Behavlets: a Method for Practical Player Modelling using Psychology-Based Player Traits and Domain Specific Features. Cowley, B. & Charles, D. under review User Modeling and User-Adapted Interaction.
abstract   bibtex   
As player demographics broaden it has become important to appreciate variation in player types. Improved player models can help game designers create games that accommodate a range of play styles/preferences, and may also facilitate the design of systems that detect player type and adapt dynamically in real-time. Existing approaches can model players, but most focus on tracking and classifying behaviour based on simple functional metrics such as deaths, specific choices, player avatar attributes, and completion times. We describe a different approach which seeks to leverage expert domain knowledge using a theoretical framework linking behaviour and game design patterns. The aim is to derive features of play from sequences of actions which are intrinsically informative about behaviour – which, because they are directly interpretable, we name ‘behavlets’. We present the theoretical underpinning of this approach from research areas including psychology, temperament theory, player modelling, and game composition. The behavlet creation process is described in detail; illustrated using a clone of the well-known game Pac-Man, with data gathered from 100 participants. An evaluation study is presented with a further 35 participants, comparing two player-move prediction algorithms based on Decision Theory. One uses a standard metric-based approach to calculate player utilities from the look-ahead tree of game states; the contrasting behavlet-based version improves accuracy of move predictions from 39% to 71%, above the random chance level of 36%. We conclude that the behavlet approach has significant promise, is complementary to existing methods and can improve theoretical validity of player models.
@article{
 title = {Behavlets: a Method for Practical Player Modelling using Psychology-Based Player Traits and Domain Specific Features},
 type = {article},
 year = {0},
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 created = {2012-01-24T14:52:31.000Z},
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 citation_key = {Cowley},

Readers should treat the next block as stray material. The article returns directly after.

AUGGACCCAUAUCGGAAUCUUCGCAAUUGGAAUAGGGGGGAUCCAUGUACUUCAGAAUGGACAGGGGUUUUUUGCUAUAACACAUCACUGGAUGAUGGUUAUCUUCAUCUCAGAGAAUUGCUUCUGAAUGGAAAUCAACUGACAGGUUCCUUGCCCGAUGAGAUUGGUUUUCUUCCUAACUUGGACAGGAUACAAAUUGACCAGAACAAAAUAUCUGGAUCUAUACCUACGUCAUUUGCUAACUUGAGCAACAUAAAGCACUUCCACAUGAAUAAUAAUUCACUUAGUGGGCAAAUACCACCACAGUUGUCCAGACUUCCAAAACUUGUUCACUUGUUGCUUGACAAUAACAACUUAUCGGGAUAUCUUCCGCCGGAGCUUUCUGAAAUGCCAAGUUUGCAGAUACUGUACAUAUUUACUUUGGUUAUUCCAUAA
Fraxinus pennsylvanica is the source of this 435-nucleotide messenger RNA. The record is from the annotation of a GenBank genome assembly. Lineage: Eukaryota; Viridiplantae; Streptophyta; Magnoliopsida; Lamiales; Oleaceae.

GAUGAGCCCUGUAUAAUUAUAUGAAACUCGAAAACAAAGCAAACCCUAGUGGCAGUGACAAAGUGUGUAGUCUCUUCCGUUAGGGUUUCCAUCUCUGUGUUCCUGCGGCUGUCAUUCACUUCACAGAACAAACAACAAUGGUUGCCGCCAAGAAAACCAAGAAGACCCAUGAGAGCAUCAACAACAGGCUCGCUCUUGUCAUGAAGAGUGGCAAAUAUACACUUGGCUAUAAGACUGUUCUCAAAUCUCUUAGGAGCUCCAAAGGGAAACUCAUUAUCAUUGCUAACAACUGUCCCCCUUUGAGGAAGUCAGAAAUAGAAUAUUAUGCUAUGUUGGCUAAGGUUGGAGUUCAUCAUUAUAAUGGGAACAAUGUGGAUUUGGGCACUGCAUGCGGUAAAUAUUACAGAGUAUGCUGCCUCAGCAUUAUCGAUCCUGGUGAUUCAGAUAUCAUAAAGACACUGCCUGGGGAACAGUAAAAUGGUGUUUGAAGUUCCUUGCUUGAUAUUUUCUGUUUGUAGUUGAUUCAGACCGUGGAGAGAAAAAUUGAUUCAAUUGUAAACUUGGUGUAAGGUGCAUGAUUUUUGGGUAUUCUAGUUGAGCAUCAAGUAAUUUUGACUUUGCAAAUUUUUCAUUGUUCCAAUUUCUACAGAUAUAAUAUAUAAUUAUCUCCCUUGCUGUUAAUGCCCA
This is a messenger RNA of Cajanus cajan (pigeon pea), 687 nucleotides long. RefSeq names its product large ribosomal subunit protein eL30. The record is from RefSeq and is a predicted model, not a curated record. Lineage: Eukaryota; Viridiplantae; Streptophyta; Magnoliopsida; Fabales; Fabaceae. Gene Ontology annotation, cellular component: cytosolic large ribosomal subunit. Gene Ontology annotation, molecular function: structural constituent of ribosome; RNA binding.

source_type = {Journal Article},
 abstract = {As player demographics broaden it has become important to appreciate variation in player types. Improved player models can help game designers create games that accommodate a range of play styles/preferences, and may also facilitate the design of systems that detect player type and adapt dynamically in real-time. Existing approaches can model players, but most focus on tracking and classifying behaviour based on simple functional metrics such as deaths, specific choices, player avatar attributes, and completion times. We describe a different approach which seeks to leverage expert domain knowledge using a theoretical framework linking behaviour and game design patterns. The aim is to derive features of play from sequences of actions which are intrinsically informative about behaviour – which, because they are directly interpretable, we name ‘behavlets’. We present the theoretical underpinning of this approach from research areas including psychology, temperament theory, player modelling, and game composition. The behavlet creation process is described in detail; illustrated using a clone of the well-known game Pac-Man, with data gathered from 100 participants. An evaluation study is presented with a further 35 participants, comparing two player-move prediction algorithms based on Decision Theory. One uses a standard metric-based approach to calculate player utilities from the look-ahead tree of game states; the contrasting behavlet-based version improves accuracy of move predictions from 39% to 71%, above the random chance level of 36%. We conclude that the behavlet approach has significant promise, is complementary to existing methods and can improve theoretical validity of player models.},
 bibtype = {article},
 author = {Cowley, Benjamin and Charles, Darryl},
 journal = {under review User Modeling and User-Adapted Interaction}
}
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